The language in To the Highlands is a sparse, straightforward style which suits the heat and the roughness of the expat environment. I would even say that Doust's prose is part of an emerging, distinctly West Australian style, if there is such a thing and if you could include the words blunt and poetic in the same sentence. It was interesting reading this book because I also know how Jon speaks; his cadences and repetitions. In certain parts I was hearing him in the prose. It was slightly confusing and comforting at the same time, an interesting experience.
The other night I sat down to a pre gig dinner with some friends, most of whom have read To the Highlands. The conversation ended up being about misogyny, what it was and what it meant.
"Is the book misogynistic ... or does it depict misogyny?" someone asked.
The opinions of the men and the women sitting around the table were cleanly divided by gender.
"It's about misogyny," said one man. "It's about a young man learning what misogyny is and therefore, the kind of man he doesn't want to be."
A friend shook her head. "He eroticises these women, their calves, their breasts, how available they are. They are like the classic one dimensional 'black velvet' ..."
"Muir eroticises them, yes, makes them one dimensional, " he interjected, 'but the author and the subject are two different people, I think."
I hadn't read the book at that stage but it struck me then and after reading it, that this may be a difficult book for women. Maybe because reading an honest portrayal of a horny teenager's values when it comes to women can be an experience akin to seeing hard core p*rn and thinking "Is that how they see us? Is that who we are?" Maybe because all the female characters are frozen within a white male teenager's gaze. In any case, Doust doesn't let his boy off the hook. Kim Scott nailed it on the book's cover endorsement: "...with our prim censure destabilised, Doust helps us move toward an altogether more complicated and perhaps more compassionate attitude."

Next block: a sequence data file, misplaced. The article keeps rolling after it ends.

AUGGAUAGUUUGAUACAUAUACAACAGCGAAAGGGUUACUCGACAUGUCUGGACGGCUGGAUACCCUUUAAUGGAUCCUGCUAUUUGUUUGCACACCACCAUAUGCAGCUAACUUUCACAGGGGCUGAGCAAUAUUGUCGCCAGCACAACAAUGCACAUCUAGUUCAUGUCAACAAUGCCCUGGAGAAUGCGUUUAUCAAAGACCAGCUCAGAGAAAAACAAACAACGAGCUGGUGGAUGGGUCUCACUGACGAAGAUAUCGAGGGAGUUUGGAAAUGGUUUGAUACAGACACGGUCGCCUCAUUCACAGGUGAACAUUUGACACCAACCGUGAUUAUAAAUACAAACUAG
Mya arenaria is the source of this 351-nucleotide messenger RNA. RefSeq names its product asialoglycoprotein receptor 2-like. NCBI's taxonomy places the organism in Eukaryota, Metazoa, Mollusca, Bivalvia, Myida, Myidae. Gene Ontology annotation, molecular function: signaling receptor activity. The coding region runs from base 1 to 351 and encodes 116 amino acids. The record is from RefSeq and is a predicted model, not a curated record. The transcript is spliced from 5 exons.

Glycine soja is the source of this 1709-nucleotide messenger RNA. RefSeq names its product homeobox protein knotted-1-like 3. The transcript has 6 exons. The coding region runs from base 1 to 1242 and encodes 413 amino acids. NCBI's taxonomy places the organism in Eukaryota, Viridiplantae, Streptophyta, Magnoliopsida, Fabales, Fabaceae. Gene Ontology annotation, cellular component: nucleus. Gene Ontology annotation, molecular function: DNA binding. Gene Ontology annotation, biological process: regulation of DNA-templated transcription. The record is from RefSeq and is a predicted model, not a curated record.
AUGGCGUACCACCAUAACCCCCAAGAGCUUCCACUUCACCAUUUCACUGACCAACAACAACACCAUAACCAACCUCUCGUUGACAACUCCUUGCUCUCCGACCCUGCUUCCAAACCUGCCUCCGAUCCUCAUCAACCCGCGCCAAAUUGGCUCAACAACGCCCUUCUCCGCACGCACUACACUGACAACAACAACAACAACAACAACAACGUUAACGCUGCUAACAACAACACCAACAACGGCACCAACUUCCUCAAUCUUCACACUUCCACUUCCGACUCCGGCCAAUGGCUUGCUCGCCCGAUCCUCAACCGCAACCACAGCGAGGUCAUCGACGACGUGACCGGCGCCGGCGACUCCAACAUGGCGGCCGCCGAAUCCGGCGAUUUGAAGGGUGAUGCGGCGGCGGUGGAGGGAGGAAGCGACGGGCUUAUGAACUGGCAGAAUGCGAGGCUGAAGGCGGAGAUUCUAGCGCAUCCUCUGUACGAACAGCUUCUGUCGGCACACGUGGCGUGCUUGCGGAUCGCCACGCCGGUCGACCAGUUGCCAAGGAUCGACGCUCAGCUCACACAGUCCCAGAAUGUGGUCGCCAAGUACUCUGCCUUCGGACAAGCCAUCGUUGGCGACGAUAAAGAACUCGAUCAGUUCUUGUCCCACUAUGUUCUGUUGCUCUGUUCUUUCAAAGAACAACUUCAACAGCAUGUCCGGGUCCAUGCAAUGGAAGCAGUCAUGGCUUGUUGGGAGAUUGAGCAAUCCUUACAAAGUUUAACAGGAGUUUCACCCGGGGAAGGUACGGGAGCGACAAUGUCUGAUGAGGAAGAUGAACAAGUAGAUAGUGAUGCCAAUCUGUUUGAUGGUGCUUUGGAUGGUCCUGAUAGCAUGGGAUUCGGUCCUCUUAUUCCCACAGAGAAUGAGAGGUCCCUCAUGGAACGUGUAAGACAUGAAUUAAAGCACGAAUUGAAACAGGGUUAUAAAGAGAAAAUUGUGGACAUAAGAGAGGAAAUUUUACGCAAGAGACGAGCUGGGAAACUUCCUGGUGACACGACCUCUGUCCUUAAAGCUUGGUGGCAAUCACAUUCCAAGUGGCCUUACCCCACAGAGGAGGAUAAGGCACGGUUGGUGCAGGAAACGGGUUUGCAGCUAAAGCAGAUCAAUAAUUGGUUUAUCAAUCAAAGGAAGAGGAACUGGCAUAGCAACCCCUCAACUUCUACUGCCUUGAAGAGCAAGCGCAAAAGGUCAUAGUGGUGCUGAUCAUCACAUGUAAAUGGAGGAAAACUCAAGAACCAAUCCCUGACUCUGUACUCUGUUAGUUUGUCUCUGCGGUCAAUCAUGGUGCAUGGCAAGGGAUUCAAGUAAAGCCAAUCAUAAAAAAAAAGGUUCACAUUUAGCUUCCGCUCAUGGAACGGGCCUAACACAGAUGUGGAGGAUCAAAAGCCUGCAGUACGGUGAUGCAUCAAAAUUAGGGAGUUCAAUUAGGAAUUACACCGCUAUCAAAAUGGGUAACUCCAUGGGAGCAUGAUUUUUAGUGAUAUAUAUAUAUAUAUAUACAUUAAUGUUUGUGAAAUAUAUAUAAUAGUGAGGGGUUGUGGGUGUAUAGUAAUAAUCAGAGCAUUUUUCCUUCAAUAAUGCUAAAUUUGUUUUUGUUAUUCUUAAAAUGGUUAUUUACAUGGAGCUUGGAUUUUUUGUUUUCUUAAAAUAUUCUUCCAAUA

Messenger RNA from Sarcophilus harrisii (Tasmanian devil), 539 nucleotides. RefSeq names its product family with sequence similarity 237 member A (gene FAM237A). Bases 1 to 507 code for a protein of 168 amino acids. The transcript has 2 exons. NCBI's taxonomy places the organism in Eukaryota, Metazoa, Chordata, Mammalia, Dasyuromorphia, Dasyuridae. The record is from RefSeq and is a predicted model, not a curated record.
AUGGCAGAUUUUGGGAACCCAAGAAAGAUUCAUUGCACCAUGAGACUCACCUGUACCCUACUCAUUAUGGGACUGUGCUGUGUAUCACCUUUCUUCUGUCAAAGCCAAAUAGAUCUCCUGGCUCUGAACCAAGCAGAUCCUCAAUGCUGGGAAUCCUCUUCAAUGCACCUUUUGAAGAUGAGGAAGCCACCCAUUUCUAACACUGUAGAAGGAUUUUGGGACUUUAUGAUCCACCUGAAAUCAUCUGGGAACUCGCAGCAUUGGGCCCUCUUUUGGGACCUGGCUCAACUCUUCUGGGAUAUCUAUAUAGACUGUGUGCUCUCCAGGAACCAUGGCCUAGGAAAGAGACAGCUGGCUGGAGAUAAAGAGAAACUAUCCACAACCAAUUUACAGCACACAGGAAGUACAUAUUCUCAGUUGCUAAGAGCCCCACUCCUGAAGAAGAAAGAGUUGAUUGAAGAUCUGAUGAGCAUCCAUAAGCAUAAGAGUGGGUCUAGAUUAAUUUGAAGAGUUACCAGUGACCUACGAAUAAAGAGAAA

(And here is a really interesting article if you want to read more about the white male gaze in lit and film, with a quick quote: "Gaze isn’t a neutral thing. It’s immensely powerful and complex, yet subtle. The structure of gaze is always dominated by the social and political context of the other who is gazing.")
The thing is that despite all the heart of darkness stuff, Jack Muir's voice is authentic and beguiling as an innocent abroad and he is also very funny. We've all fucked up as teenagers or adults. Not many of us would excoriate our hearts enough to draw out all that pus again and write a book about it. And yes, it's time to say that it is a memoir of sorts, though veiled by a disclaimer and diversions into pure fiction for the purposes of narrative. Jon said that it was a difficult book to write. I don't know if I could do it. He said he needed a psych while he was writing it. I told him that after reading it, I probably need one too! I feel as though To the Highlands is not going to leave my mind in a hurry, that it will lurk about in there and reemerge with different perspectives as I grow.
And that is the beauty of a damn fine book, yes?
Jon Doust, To the Highlands, Fremantle Press, Western Australia, 2012.